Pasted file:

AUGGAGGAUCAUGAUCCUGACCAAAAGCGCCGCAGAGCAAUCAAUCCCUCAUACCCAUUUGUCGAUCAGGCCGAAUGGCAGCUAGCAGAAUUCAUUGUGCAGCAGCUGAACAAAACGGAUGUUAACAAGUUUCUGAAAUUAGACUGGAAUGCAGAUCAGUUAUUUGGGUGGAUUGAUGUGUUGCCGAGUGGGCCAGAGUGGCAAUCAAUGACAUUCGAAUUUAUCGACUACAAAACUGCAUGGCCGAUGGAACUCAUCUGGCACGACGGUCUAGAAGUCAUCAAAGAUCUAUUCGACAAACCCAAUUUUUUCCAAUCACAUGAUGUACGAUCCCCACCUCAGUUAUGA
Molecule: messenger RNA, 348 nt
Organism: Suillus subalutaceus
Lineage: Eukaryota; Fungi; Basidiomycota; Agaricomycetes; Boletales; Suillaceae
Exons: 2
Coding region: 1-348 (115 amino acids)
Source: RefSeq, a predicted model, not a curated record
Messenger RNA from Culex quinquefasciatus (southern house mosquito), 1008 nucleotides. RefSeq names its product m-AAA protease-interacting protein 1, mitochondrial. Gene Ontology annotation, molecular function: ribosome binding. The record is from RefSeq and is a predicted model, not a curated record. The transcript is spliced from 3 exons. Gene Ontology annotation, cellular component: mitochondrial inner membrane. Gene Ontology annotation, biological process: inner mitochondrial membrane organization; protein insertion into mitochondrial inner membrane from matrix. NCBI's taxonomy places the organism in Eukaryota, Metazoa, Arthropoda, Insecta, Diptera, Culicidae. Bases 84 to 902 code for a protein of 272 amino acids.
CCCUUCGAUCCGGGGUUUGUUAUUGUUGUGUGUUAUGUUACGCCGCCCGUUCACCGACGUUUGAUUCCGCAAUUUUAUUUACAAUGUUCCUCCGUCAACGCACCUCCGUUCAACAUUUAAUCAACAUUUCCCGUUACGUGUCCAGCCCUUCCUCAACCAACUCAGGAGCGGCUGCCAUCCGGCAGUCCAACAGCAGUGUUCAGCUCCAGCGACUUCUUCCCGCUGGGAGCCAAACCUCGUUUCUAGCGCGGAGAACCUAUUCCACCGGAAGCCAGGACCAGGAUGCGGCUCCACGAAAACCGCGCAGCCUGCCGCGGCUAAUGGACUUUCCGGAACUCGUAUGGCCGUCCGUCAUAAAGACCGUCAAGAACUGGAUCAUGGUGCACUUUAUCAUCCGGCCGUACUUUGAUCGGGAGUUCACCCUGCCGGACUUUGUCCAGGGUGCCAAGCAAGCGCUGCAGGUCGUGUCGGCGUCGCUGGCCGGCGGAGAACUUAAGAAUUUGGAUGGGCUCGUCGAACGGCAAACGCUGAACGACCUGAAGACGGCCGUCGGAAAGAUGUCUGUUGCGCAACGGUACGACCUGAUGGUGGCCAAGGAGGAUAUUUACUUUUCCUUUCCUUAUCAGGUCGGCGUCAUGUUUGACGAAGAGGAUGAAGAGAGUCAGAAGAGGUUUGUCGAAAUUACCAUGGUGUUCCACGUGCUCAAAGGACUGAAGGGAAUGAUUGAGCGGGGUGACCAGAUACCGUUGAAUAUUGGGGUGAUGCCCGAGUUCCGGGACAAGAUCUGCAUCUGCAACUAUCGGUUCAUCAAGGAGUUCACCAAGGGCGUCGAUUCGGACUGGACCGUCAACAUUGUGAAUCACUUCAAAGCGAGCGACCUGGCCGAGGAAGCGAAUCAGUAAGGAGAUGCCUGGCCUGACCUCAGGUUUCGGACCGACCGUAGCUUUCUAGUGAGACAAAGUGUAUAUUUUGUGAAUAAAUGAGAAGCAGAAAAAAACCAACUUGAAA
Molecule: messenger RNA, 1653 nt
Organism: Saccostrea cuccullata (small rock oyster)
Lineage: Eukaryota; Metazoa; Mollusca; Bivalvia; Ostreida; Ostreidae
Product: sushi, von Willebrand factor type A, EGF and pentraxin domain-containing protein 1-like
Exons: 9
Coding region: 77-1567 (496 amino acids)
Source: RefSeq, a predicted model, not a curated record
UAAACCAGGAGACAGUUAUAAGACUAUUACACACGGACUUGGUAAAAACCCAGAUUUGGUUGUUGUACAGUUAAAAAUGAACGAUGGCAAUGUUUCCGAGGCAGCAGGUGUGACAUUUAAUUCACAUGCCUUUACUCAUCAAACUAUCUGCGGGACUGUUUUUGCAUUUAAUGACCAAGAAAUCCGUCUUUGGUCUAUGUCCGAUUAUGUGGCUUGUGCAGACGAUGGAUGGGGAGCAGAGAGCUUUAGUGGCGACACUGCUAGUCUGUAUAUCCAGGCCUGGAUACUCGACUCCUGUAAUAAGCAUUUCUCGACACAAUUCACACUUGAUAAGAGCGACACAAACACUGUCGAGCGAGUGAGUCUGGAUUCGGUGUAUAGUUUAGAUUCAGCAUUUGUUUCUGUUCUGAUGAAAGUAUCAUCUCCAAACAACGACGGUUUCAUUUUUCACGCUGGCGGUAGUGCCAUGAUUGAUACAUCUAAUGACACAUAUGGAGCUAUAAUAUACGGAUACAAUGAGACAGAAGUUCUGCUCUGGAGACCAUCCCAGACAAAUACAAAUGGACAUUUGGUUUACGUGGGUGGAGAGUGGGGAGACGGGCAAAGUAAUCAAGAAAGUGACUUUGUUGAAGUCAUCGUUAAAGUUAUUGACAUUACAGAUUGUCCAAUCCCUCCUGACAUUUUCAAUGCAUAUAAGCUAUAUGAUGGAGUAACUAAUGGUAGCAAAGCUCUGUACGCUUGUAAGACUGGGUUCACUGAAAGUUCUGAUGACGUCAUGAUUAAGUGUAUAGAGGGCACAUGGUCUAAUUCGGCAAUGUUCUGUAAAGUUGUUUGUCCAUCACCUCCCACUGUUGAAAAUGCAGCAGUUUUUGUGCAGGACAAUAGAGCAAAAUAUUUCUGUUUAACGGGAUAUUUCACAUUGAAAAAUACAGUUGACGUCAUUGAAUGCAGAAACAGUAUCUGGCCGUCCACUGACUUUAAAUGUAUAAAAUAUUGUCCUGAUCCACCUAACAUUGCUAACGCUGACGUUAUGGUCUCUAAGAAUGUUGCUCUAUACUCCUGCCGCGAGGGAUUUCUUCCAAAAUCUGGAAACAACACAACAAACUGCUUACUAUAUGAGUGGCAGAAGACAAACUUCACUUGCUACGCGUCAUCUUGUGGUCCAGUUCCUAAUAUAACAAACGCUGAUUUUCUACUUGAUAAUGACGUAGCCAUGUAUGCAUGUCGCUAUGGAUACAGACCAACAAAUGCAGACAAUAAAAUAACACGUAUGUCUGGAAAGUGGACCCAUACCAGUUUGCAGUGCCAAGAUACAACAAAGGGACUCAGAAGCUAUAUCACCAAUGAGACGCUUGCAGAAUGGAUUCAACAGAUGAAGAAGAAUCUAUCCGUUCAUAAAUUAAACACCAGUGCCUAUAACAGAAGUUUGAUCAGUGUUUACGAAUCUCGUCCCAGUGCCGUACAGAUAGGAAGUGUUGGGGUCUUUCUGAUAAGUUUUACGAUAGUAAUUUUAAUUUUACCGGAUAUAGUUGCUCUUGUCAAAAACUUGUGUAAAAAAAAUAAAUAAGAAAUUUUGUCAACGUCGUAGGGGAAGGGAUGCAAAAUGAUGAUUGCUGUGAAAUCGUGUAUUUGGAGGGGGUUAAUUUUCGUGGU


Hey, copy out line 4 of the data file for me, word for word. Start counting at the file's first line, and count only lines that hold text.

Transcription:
Lineage: Eukaryota; Fungi; Basidiomycota; Agaricomycetes; Boletales; Suillaceae